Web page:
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Mr. Mark Oaten (Winchester) (LD): In the time available to me, I wish to look at the proposals on home affairs in the Queen's Speech. First, however, I want to deal with the issues of fear and the climate of fear that the Home Secretary addressed.

Since taking on my home affairs responsibilities, I have accepted that there is almost always a Dutch auction on crime in which people compete to talk the toughest. Indeed, I have found myself doing so— the temptation is particularly strong when I am on the streets talking to victims of crime, as their experiences make me angry. I therefore understand why there is tough rhetoric on crime, but I feel strongly that a bidding war or a Dutch auction in which people out-tough each other on terror is a very dangerous step. I regretted the comments by the Leader of the House last
 
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week, and found them offensive. I had assumed that there was a general understanding that, while there may be differences in our method, as the Home Secretary acknowledged, the parties in the House stand shoulder to shoulder in our approach to terrorism.

I have two abiding beliefs on this issue. First, I do not for one minute underestimate the seriousness of the situation that we are in, and entirely accept the fact that we face a threat. I entirely accept, too, the very good work that our security forces are doing—frankly, it is a miracle and a tribute to their work that we have been able to enjoy security since 9/11. Secondly, I do not doubt the Home Secretary's personal commitment to doing everything that he can to make sure that our shores are safe. He has strong integrity on this issue, and when he goes to sleep at night, he must be sure that he is doing everything he can to ensure that this country is safe. I am prepared to make those two acknowledgements and all that I ask in return from the Leader of the House and others is that they accept the need for Opposition parties sometimes to question those policies and stand up where we can for the principles of justice and liberty. When we do so, it is wrong for us to be attacked for being weak on terrorism. It is a difficult issue that requires a balancing act. The problem was touched on by the Chairman of the Home Affairs Committee, the right hon. Member for Southampton, Itchen (Mr. Denham). Security and liberty do not rest easy together. We recognise the dilemma and there must be some give on all sides. However, as the Prime Minister recognised in interventions on the leader of my party in the debate last week, tough love and tough liberalism are possible, and the two principles can be married together.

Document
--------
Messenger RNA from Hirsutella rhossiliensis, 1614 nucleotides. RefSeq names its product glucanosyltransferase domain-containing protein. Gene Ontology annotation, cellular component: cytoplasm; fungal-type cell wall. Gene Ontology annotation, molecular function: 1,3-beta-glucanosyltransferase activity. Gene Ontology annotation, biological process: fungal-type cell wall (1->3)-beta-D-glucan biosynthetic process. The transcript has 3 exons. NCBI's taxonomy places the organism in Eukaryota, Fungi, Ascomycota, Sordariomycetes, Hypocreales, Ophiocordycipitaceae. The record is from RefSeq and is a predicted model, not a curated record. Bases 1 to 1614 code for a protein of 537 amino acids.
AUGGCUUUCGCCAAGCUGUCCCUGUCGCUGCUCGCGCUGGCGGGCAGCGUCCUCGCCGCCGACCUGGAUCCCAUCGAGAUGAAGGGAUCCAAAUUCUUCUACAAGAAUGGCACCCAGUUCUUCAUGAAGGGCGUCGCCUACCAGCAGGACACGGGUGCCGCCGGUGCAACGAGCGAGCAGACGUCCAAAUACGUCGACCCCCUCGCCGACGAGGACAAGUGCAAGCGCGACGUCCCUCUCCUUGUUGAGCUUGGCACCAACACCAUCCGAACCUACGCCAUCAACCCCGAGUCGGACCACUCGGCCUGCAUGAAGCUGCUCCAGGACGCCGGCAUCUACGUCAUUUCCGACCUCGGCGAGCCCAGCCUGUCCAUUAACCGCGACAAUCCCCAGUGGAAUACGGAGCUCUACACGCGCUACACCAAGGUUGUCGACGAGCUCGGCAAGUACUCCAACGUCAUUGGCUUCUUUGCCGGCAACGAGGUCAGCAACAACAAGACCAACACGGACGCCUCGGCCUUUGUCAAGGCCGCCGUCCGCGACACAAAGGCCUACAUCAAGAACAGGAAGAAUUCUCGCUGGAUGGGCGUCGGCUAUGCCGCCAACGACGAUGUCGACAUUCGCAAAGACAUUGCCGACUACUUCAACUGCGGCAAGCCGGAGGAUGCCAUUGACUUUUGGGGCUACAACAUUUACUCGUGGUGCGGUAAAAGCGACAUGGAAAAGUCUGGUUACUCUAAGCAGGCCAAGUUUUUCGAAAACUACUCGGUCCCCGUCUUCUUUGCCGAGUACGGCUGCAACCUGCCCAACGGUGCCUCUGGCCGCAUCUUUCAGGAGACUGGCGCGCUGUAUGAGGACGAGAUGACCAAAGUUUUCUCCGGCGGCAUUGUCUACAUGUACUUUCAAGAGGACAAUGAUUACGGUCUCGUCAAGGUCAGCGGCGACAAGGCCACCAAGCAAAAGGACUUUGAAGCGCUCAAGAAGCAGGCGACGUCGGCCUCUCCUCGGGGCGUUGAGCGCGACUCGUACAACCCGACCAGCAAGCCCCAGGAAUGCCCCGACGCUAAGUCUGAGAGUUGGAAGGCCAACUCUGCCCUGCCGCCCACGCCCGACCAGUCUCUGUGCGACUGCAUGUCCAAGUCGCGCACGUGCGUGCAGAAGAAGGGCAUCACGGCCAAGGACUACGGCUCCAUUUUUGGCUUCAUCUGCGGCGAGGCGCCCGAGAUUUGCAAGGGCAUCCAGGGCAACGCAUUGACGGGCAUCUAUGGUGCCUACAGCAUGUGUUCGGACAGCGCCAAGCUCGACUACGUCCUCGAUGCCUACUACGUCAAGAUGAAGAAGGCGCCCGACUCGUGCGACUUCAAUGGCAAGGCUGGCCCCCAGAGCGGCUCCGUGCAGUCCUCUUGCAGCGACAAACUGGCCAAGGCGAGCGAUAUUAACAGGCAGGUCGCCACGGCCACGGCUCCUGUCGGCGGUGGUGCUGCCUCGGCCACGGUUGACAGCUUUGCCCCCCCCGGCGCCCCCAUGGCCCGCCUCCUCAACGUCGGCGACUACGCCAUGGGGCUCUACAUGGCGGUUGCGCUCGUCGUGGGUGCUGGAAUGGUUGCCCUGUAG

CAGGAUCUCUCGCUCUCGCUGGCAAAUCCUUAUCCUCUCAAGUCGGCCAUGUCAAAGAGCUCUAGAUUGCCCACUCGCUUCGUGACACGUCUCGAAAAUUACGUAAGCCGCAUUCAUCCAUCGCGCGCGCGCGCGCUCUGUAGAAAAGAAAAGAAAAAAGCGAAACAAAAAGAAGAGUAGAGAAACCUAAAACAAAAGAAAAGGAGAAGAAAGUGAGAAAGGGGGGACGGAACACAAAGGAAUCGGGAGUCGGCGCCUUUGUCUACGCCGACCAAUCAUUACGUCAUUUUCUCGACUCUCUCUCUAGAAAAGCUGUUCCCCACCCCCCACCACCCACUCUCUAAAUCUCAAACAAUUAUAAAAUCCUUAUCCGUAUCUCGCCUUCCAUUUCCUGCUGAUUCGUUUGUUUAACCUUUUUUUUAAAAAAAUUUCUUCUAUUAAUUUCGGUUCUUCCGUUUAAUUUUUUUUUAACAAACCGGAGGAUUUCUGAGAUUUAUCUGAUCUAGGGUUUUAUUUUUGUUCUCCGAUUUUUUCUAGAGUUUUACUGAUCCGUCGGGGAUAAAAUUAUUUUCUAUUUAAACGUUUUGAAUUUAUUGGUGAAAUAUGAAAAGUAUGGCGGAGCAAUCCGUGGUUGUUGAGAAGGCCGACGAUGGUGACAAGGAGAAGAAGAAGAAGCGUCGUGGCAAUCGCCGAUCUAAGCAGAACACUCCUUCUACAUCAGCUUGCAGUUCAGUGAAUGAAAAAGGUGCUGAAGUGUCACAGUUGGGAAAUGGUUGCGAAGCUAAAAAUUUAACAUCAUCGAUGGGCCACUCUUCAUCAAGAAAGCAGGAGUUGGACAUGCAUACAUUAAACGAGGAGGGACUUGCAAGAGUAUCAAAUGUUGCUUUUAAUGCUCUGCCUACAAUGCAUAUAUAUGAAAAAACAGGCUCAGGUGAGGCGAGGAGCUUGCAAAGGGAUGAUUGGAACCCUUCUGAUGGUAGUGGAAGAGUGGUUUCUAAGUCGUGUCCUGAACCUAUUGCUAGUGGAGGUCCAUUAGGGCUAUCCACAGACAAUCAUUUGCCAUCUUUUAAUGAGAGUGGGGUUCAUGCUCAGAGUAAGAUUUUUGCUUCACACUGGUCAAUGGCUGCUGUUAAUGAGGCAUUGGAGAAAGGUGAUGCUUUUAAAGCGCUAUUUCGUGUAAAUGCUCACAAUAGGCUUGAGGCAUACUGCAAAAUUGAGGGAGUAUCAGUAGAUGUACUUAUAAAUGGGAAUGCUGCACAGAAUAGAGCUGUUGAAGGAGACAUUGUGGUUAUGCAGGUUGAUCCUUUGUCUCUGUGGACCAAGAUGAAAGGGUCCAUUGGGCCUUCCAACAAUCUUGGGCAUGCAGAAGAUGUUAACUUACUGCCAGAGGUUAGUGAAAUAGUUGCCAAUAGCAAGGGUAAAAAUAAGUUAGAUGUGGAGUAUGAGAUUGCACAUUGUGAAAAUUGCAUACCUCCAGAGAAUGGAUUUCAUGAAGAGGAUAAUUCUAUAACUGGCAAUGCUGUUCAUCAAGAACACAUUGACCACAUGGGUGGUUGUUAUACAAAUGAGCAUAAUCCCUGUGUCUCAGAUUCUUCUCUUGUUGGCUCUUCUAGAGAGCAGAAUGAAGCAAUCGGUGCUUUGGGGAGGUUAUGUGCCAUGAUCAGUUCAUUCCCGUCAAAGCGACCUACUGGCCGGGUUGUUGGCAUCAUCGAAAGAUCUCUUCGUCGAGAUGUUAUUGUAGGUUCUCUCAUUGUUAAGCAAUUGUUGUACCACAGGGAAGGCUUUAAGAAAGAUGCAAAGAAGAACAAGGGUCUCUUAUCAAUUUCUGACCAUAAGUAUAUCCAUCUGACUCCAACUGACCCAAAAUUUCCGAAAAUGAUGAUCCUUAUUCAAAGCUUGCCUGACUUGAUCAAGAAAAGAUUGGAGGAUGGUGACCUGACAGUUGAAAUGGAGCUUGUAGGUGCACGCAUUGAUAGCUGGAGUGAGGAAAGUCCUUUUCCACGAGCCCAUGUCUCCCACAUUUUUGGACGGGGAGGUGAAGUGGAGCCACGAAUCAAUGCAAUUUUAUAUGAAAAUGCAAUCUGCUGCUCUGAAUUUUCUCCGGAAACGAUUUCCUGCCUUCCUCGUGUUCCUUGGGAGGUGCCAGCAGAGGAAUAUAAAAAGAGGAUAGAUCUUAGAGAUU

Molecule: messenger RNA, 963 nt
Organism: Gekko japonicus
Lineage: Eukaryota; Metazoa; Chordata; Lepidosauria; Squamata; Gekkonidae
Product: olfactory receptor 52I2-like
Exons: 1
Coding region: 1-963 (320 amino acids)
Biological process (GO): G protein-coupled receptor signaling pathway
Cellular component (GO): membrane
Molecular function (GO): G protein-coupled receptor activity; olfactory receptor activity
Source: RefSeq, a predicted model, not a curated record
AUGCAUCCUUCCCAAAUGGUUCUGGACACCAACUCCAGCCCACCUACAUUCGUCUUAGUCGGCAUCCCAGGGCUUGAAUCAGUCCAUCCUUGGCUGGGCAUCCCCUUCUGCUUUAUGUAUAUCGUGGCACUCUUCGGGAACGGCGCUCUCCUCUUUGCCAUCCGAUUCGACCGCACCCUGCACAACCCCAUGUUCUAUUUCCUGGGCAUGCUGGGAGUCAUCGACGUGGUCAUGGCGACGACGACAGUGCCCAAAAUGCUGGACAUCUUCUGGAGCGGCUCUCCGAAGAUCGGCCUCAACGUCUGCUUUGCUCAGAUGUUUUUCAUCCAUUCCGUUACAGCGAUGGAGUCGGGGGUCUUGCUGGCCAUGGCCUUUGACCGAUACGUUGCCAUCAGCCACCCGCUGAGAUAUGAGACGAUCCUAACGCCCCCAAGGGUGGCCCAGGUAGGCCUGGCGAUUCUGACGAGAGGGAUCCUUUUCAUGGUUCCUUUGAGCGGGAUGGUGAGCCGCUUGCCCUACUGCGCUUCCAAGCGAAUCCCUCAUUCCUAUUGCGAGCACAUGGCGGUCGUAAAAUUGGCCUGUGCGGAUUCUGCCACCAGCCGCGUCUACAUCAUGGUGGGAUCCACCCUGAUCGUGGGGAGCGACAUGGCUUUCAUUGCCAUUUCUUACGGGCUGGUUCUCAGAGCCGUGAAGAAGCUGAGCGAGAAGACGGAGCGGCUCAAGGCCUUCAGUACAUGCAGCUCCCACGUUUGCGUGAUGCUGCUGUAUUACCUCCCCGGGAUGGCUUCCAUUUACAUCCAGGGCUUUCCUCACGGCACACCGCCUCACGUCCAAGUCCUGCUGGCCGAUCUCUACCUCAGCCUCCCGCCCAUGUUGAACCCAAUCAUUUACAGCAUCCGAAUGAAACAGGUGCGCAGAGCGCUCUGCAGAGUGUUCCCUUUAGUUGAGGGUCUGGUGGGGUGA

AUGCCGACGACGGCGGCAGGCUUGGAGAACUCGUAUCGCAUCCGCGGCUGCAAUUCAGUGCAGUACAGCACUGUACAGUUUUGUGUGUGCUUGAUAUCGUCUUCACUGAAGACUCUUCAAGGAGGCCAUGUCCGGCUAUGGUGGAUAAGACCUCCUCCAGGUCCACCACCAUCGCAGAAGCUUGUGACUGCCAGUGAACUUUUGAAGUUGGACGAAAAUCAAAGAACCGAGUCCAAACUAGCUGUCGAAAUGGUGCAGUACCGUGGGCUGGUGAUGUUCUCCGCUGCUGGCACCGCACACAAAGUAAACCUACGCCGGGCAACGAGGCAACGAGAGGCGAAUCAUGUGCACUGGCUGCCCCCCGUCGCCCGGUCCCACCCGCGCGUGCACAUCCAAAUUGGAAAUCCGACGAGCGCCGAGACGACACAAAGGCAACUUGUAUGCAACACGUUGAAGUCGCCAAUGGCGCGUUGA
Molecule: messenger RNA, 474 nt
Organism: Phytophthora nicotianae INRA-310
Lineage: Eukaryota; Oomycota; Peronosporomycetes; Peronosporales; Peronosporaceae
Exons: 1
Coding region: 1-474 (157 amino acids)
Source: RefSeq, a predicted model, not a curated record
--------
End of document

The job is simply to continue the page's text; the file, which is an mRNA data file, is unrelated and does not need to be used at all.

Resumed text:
We have made it clear that we support the resources that the Home Secretary has put into the intelligence services. We support the greater use of intelligence gathering and the interception of communications, and we should like that to be admissible in court. We are prepared to look at the idea of special security-vetted judges and the measures being used in other parts of Europe to see whether we could have proper trials in those cases.

I am uneasy about two matters. First, there is the move towards trial without jury. There must be a way round that. A number of sensitive trials taking place involve juries, and I welcome that. The retention of a jury element in trials is a principle worth defending.

Mr. Dominic Grieve (Beaconsfield) (Con): Does the hon. Gentleman agree that the Home Secretary's reaction to my right hon. Friend the Member for Haltemprice and Howden (David Davis) on the subject was surprising? It is not we or the hon. Gentleman's party who suggested that terrorist trials should take place without a jury. The suggestion came from the Government in the past two weeks, yet today there seems to be a resiling from that position and a lack of clarity about what the Government intend. Why do they keep raising the issue if, as the hon. Gentleman may agree, juries are perfectly competent to deal with such cases?